Tuesday, August 13, 2013

NYC Trampled on Black People's Constitutional Rights

As reported in the New York Times,

A federal judge ruled on Monday that the stop-and-frisk tactics of the New York Police Department violated the constitutional rights of minorities in the city, repudiating a major element in the Bloomberg administration’s crime-fighting legacy.

The use of police stops has been widely cited by city officials as a linchpin of New York’s success story in seeing murders and major crimes fall to historic lows. The police say the practice has saved the lives of thousands of young black and Hispanic men by removing thousands of guns from the streets.

But the judge, Shira A. Scheindlin, found that the Police Department resorted to a “policy of indirect racial profiling” as it increased the number of stops in minority communities. That has led to officers’ routinely stopping “blacks and Hispanics who would not have been stopped if they were white.”

The judge called for a federal monitor to oversee broad reforms, including the use of body-worn cameras for some patrol officers, though she was “not ordering an end to the practice of stop-and-frisk.”

In her decision, the judge cited some compelling statistics:

Between January 2004 and June 2012, the NYPD conducted over 4.4 million
Terry stops.

• The number of stops per year rose sharply from 314,000 in 2004 to a high of
686,000 in 2011.

• 52% of all stops were followed by a protective frisk for weapons. A weapon was found after 1.5% of these frisks. In other words, in 98.5% of the 2.3 million frisks, no weapon was found.

• 8% of all stops led to a search into the stopped person’s clothing, ostensibly based on the officer feeling an object during the frisk that he suspected to be a weapon, or immediately perceived to be contraband other than a weapon. In 9% of these searches, the felt object was in fact a weapon. 91% of the time, it was not. In 14% of these searches, the felt object was in fact contraband. 86% of the time it was not.

• 6% of all stops resulted in an arrest, and 6% resulted in a summons. The remaining 88% of the 4.4 million stops resulted in no further law enforcement action.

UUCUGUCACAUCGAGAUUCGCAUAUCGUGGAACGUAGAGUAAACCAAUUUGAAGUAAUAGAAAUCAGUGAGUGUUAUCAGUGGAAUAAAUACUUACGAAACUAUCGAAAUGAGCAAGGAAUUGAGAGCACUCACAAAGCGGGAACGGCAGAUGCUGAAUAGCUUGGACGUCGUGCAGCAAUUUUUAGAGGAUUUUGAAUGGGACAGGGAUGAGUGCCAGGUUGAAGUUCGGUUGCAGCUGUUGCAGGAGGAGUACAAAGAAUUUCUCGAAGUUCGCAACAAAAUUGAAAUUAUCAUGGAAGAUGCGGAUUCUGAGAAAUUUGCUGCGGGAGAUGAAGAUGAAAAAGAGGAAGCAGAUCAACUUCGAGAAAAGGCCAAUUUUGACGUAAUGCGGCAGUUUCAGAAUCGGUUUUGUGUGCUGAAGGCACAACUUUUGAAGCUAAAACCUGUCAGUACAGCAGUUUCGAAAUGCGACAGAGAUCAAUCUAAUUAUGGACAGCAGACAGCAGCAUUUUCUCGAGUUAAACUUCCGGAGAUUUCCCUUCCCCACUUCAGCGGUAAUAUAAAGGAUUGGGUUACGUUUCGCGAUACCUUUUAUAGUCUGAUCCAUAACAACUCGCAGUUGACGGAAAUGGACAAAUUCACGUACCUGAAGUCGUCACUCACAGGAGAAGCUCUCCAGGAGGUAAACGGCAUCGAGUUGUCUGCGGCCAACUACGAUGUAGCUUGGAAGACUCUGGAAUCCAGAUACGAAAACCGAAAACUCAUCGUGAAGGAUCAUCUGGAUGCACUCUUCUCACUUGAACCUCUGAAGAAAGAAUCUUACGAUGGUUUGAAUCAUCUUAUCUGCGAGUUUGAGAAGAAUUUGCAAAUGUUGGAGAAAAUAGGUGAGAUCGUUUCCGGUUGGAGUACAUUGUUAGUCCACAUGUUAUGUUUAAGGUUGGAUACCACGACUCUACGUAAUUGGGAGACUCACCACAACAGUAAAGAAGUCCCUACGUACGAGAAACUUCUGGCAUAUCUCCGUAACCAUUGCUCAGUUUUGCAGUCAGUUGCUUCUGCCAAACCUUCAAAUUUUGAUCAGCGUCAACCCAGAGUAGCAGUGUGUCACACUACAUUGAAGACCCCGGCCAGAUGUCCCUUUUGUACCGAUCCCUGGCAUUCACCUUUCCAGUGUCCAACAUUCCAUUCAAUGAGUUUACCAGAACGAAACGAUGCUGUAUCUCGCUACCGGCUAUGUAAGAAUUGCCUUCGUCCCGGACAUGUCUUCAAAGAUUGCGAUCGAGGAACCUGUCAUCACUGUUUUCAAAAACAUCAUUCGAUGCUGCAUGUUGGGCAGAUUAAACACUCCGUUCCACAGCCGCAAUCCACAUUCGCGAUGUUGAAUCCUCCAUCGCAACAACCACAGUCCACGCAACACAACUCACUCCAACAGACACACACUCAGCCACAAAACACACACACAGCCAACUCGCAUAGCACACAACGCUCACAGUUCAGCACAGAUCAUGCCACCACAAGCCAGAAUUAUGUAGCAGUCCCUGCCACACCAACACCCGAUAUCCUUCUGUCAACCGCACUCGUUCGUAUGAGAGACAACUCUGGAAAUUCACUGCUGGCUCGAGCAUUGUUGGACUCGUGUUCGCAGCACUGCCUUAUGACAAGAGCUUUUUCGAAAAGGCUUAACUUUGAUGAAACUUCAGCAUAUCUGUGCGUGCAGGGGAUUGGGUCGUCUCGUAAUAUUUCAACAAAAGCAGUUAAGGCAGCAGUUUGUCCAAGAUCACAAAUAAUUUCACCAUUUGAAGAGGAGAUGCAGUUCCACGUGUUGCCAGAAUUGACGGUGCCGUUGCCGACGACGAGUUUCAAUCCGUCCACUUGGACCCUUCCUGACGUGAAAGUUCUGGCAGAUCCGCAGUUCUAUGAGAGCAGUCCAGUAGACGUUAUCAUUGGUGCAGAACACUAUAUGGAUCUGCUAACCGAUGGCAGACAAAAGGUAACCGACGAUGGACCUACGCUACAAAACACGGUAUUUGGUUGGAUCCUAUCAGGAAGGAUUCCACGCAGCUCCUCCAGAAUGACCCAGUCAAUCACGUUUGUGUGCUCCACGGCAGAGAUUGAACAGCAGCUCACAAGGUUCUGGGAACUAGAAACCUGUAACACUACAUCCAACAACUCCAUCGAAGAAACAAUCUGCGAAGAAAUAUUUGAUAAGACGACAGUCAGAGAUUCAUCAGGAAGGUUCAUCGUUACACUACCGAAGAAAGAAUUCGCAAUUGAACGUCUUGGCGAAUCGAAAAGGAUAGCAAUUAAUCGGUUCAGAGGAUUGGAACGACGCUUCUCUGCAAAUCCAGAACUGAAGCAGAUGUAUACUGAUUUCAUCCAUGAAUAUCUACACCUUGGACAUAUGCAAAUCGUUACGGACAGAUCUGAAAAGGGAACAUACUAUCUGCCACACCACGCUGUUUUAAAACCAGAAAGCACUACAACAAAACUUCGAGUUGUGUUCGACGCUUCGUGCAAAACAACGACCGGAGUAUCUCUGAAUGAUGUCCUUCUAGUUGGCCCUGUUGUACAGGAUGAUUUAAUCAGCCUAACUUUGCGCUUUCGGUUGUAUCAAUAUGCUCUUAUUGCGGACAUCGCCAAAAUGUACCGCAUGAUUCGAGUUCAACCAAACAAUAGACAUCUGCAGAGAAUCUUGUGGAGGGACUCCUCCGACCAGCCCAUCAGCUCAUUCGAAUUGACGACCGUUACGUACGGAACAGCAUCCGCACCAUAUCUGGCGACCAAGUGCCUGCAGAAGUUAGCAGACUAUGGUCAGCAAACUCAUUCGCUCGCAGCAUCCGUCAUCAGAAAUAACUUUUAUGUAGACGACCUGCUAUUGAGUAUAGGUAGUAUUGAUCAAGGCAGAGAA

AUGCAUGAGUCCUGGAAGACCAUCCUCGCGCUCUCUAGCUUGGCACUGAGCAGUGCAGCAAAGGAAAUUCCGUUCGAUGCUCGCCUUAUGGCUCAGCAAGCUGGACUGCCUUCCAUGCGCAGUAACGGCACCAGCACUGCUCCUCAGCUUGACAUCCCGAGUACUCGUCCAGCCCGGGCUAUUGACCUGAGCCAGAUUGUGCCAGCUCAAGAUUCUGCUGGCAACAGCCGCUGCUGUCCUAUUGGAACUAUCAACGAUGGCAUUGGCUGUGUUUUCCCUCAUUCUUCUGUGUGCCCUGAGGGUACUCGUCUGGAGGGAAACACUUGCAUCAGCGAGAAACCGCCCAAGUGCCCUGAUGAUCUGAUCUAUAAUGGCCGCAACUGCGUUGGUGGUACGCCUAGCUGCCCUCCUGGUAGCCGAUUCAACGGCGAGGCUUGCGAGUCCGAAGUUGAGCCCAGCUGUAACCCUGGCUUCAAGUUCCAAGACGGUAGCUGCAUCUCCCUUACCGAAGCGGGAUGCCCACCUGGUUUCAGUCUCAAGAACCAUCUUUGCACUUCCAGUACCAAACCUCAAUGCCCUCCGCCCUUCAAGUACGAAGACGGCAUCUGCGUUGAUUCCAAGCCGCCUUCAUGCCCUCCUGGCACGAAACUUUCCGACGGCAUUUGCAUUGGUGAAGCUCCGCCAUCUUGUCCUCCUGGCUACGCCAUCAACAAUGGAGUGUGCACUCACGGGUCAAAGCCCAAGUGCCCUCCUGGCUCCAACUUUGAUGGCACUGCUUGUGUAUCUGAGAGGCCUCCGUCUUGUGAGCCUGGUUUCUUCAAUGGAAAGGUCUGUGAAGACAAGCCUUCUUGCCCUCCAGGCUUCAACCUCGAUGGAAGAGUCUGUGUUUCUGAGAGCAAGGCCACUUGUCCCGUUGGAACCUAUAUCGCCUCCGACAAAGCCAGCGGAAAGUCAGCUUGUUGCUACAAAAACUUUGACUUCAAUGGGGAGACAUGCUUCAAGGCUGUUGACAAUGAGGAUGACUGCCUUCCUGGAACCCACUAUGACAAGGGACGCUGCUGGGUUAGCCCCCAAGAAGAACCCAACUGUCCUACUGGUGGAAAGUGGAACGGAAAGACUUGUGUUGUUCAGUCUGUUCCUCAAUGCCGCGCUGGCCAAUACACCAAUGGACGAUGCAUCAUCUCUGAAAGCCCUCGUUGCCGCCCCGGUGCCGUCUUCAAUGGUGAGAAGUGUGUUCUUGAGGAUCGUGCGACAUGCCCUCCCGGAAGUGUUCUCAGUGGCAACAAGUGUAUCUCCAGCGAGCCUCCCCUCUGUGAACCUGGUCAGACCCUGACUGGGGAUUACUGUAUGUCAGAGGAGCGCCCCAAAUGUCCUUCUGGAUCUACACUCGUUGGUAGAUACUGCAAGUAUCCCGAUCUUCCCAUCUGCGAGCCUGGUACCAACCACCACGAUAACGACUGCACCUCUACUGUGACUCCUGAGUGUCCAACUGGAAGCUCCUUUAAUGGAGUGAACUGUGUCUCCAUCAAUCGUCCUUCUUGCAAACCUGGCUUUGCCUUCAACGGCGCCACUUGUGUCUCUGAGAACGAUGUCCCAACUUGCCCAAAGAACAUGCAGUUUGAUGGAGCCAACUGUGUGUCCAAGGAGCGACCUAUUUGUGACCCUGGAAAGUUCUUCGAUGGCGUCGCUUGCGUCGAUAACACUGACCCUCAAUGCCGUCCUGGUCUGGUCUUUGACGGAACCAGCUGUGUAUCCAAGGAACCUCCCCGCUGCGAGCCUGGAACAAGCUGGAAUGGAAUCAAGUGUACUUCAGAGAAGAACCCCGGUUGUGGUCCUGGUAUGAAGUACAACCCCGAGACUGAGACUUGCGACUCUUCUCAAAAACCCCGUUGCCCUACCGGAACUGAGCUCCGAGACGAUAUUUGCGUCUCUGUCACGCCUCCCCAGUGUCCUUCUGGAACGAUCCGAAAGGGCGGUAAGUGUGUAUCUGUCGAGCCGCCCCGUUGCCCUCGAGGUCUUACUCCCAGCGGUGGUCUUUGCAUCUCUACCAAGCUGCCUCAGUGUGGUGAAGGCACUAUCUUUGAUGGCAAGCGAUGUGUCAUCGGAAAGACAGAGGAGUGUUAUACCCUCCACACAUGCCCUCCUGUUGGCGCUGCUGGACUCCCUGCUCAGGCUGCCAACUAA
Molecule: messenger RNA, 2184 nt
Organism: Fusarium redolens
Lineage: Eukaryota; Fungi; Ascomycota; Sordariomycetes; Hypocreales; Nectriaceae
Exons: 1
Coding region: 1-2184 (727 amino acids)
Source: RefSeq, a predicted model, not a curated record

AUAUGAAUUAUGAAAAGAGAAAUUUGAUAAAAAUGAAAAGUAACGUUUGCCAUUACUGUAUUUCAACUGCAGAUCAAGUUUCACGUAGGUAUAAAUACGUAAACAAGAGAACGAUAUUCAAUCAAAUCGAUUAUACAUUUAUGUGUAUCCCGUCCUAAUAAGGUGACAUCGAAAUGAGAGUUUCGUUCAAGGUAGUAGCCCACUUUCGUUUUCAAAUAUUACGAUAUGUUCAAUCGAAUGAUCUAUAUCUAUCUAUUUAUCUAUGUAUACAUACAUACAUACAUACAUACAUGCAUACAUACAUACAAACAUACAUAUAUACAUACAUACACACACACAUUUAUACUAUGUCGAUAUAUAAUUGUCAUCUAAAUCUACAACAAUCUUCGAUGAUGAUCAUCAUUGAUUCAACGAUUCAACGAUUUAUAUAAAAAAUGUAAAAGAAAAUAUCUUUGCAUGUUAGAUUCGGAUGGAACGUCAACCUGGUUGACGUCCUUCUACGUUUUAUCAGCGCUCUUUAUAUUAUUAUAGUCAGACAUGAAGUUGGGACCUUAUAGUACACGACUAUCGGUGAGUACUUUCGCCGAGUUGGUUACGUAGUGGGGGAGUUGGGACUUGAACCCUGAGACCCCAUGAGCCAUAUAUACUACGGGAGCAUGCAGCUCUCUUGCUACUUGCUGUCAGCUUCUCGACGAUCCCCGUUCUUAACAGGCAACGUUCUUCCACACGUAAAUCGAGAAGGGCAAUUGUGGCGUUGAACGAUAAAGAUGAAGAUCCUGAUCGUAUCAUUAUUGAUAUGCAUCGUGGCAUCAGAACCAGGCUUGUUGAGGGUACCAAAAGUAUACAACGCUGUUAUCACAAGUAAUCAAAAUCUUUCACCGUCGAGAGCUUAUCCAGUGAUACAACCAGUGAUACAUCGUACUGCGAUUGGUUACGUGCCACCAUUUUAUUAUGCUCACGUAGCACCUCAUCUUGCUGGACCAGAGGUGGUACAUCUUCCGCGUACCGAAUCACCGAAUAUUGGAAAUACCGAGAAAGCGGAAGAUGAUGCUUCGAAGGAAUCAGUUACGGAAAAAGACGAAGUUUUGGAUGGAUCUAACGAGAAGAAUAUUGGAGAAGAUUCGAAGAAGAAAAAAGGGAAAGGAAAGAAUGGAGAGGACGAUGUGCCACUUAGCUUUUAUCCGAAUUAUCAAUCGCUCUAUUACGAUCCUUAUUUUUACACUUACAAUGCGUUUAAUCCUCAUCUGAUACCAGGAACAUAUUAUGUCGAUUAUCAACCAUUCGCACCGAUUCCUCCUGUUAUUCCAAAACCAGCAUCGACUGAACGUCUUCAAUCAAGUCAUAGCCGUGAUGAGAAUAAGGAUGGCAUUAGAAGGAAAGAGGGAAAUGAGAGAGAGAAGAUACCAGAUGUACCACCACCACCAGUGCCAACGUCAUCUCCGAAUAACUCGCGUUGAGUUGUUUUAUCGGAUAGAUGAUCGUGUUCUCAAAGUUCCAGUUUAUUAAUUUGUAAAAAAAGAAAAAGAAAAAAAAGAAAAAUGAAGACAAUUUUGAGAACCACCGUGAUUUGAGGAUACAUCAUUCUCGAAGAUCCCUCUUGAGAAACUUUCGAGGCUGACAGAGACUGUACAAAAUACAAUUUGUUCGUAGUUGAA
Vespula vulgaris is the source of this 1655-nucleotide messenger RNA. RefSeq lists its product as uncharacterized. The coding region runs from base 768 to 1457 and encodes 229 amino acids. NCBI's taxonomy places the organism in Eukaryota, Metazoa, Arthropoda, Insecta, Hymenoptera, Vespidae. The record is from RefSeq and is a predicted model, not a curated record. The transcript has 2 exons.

• In 52% of the 4.4 million stops, the person stopped was black, in 31% the person was Hispanic, and in 10% the person was white.

• In 2010, New York City’s resident population was roughly 23% black, 29% Hispanic, and 33% white.

• In 23% of the stops of blacks, and 24% of the stops of Hispanics, the officer recorded using force. The number for whites was 17%.

• Weapons were seized in 1.0% of the stops of blacks, 1.1% of the stops of Hispanics, and 1.4% of the stops of whites.

• Contraband other than weapons was seized in 1.8% of the stops of blacks, 1.7% of the stops of Hispanics, and 2.3% of the stops of whites.

• Between 2004 and 2009, the percentage of stops where the officer failed to state a specific suspected crime rose from 1% to 36%.

The court found that:

Based on the expert testimony I find the following: (1) The NYPD carries out more stops where there are more black and Hispanic residents, even when other relevant variables are held constant. The racial composition of a precinct or census tract predicts the stop rate above and beyond the crime rate. (2) Blacks and Hispanics are more likely than whites to be stopped within precincts and census tracts, even after controlling for other relevant variables. This is so even in areas with low crime rates, racially heterogenous populations, or predominately white populations. (3) For the period 2004 through 2009, when any law enforcement action was taken following a stop, blacks were 30% more likely to be arrested (as opposed to receiving a summons) than whites, for the same suspected crime. (4) For the period 2004 through 2009, after controlling for suspected crime and precinct characteristics, blacks who were stopped were about 14% more likely — and Hispanics 9% more likely — than whites to be subjected to the use of force. (5) For the period 2004 through 2009, all else being equal, the odds of a stop resulting in any further enforcement action were 8% lower if the person stopped was black than if the person stopped was white. In addition, the greater the black population in a precinct, the less likely that a stop would result in a sanction. Together, these results show that blacks are likely targeted for stops based on a lesser degree of objectively founded suspicion than whites.

Let me break this down. The New York City Police Department targeted, harassed and humiliated thousands of innocent black people solely based on the color of their skin. NYC police trampled on black people's Fourth and Fourteenth Amendment rights. Many police officers are just like George Zimmerman. They view all young black people as criminals. We must stand up and fight racial profiling wherever it rears its ugly head.

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